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Uterus (excludes Cervix)

Epithelial tumors

Serous carcinoma

Reviewer: Mohamed Mokhtar Desouki, MD, PhD (see Reviewers page)
Revised: 23 August 2011, last major update August 2011
Copyright: (c) 2002-2011, PathologyOutlines.com, Inc.


● Type 2 (non-endometrioid) carcinoma, often arises in black, multiparous and nonobese women
● Associated with endometrioid adenocarcinoma, clear cell carcinoma and ovarian serous carcinoma


● Also called papillary serous carcinoma, uterine papillary serous carcinoma (UPSC), endometrial type 2 tumor


● Compared to endometrioid carcinoma, UPSC is less common (10%), older age, and more common in black vs. white women
● Associated with p53 mutations (considered an early event), usually clinically understaged


● Not associated with estrogen secretion as endometrioid tumors are; may follow radiation therapy for cervical carcinoma
● Associated with atrophic endometria

Clinical features

● Presents with vaginal bleeding
● Resembles ovarian serous carcinoma and spreads throughout abdomen in a similar manner; may metastasize to bladder, simulating a bladder primary
● May be a superficial endometrial tumor with extensive peritoneal disease, suggesting tubal or angiolymphatic invasion
● Minimally invasive disease: no myometrial invasion; usually cured if NO extrauterine involvement by careful staging; may have minimal disease involving ovarian surface epithelium, serous adenofibroma or omentum; similar behavior as endometrial intraepithelial carcinoma if 1 cm or less of tumor

Prognostic factors

● Often recurs and death common from tumor spread, despite aggressive surgery, chemotherapy or radiotherapy
● 40% with stage I disease die of disease, 60% will get retroperitoneal involvement


● Extended surgical staging and tumor debulking
● Adjuvant therapy with taxane and platinum based combination chemotherapy, with or without radiation therapy
● Do not respond to progesterone therapy

Gross description

● Uterus is small for a high-grade tumor
● Associated with endometrial polyps and is often polypoid
● 25% have primary endocervical involvement
● Drop metastases to vagina are common
● Transtubal spread is common, may create ovarian implants and omental tumor nodules

Micro description

● Resembles ovarian serous carcinoma; usually well-formed papillae (thick and thin) or tubules with “lobster claw” appearance containing highly pleomorphic tumor cells containing prominent nucleoli, small detached buds and tufts
● May have glandular pattern and resemble villoglandular carcinoma on low power
● Prominent myometrial invasion, frequent mitotic activity and necrosis
● Usually marked desmoplastic response resembling carcinosarcoma; angiolymphatic invasion common; 40% have psammoma bodies
● Associated with endometrial atrophy, not hyperplasia
● Abrupt transition from normal to serous carcinoma is common
● Considered high-grade and is not graded using FIGO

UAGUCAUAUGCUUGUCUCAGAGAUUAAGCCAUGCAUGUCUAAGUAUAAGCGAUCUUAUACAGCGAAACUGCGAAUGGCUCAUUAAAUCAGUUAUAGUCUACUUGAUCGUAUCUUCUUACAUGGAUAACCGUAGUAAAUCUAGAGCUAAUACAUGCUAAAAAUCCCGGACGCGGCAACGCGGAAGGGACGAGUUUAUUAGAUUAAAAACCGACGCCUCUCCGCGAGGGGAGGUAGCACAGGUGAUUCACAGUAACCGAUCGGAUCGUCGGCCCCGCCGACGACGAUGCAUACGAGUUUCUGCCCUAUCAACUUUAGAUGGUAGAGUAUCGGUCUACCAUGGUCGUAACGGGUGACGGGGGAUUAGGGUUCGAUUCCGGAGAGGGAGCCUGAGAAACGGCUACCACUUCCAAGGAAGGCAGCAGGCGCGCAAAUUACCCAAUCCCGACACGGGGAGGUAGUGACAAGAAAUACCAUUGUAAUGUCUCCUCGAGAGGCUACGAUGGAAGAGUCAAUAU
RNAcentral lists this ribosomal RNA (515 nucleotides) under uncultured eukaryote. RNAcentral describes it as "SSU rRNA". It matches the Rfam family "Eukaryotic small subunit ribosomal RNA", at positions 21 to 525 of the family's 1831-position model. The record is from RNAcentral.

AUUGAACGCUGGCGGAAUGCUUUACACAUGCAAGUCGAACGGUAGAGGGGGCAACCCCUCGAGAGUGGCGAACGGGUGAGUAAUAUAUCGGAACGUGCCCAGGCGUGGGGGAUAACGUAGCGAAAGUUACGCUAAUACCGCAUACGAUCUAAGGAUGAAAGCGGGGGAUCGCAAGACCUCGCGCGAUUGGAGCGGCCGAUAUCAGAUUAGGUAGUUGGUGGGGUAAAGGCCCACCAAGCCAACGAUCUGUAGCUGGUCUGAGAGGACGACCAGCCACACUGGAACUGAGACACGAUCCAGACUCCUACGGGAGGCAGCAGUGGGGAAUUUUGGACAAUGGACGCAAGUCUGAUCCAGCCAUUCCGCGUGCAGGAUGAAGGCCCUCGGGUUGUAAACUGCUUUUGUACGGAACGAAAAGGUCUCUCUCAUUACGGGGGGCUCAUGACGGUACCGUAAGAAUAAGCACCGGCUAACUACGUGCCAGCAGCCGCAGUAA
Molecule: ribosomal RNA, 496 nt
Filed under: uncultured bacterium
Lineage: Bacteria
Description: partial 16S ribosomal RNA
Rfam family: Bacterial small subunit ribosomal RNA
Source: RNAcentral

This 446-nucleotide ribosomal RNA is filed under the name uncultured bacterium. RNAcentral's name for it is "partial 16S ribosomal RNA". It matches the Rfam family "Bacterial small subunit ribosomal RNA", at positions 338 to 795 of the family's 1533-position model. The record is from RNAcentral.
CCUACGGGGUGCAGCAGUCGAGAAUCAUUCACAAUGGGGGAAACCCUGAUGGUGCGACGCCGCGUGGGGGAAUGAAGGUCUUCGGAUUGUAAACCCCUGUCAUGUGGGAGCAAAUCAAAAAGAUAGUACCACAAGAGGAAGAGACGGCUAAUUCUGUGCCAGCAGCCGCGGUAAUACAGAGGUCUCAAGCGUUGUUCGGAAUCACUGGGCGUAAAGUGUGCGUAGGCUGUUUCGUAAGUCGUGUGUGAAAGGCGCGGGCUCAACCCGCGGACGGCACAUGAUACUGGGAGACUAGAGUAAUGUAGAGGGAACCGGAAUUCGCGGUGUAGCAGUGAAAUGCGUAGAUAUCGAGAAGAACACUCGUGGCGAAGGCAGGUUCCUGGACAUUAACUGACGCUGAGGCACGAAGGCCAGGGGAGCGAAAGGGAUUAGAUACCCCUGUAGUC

● Note: if one gland is serous, consider tumor to be aggressive (others say must be 25% of tumor)
● Minimally invasive serous carcinoma: no myometrial invasion

Micro images

Typical broad fibrovascular cores lined by stratified cells, forming secondary papillae and cellular buds

In this field, papillae are small and complex, and cells are poorly differentiated

Complex papilloglandular pattern with slit-like lumina, in contrast to round lumina of endometrioid carcinoma

Complex papilloglandular pattern with exfoliation of small groups of cells into lumina

Classic small but round hyperchromatic nuclei; also necrotic debris and exfoliated tumor cells in lumina; fibrovascular stromal cores of papillae are infiltrated by lymphocytes

Invasion of myometrial lymphatics, psammoma bodies within papillary nests of tumor cells

Extensive invasion of myometrial lymphatics is evident, with moderate lymphocytic response

Cytology description

● 2/3 have malignant pap smears since buds and tufts break off
● Features of high-grade malignancy with readily identified malignant features, but site of origin may be unknown
● Positive peritoneal cytology upgrades the stage

Positive stains

● p53 (useful for differentiating from endometrioid carcinoma), CK7, CA125; also p16, Ki67 (high index) and vimentin

Negative stains

● ER (may be low level), PR, CEA, CK20

Molecular description

● Most cases are aneuploid
● Mutations of TP53 represent the most well characterized alteration in >90% of cases, but 50% have loss of p53 (TP53) function
● Also HER2/neu overexpression (18-61%), EGFR overexpression (36-56%, Br J Cancer 2009;100:89), PIK3CA mutations (15%, Gynecol Oncol 2009;113:370)
● Claudin-3 and claudin-4 are highly expressed; PTEN mutations are rare
● 63% of cases showed loss of heterozygosity of chromosome 1p

Differential Diagnosis

Clear cell carcinoma: may have overlapping features, distinction not important since management is same
● Minimally invasive disease may resemble eosinophilic metaplasia or complex hyperplasia with atypia

End of Uterus > Epithelial tumors > Serous carcinoma

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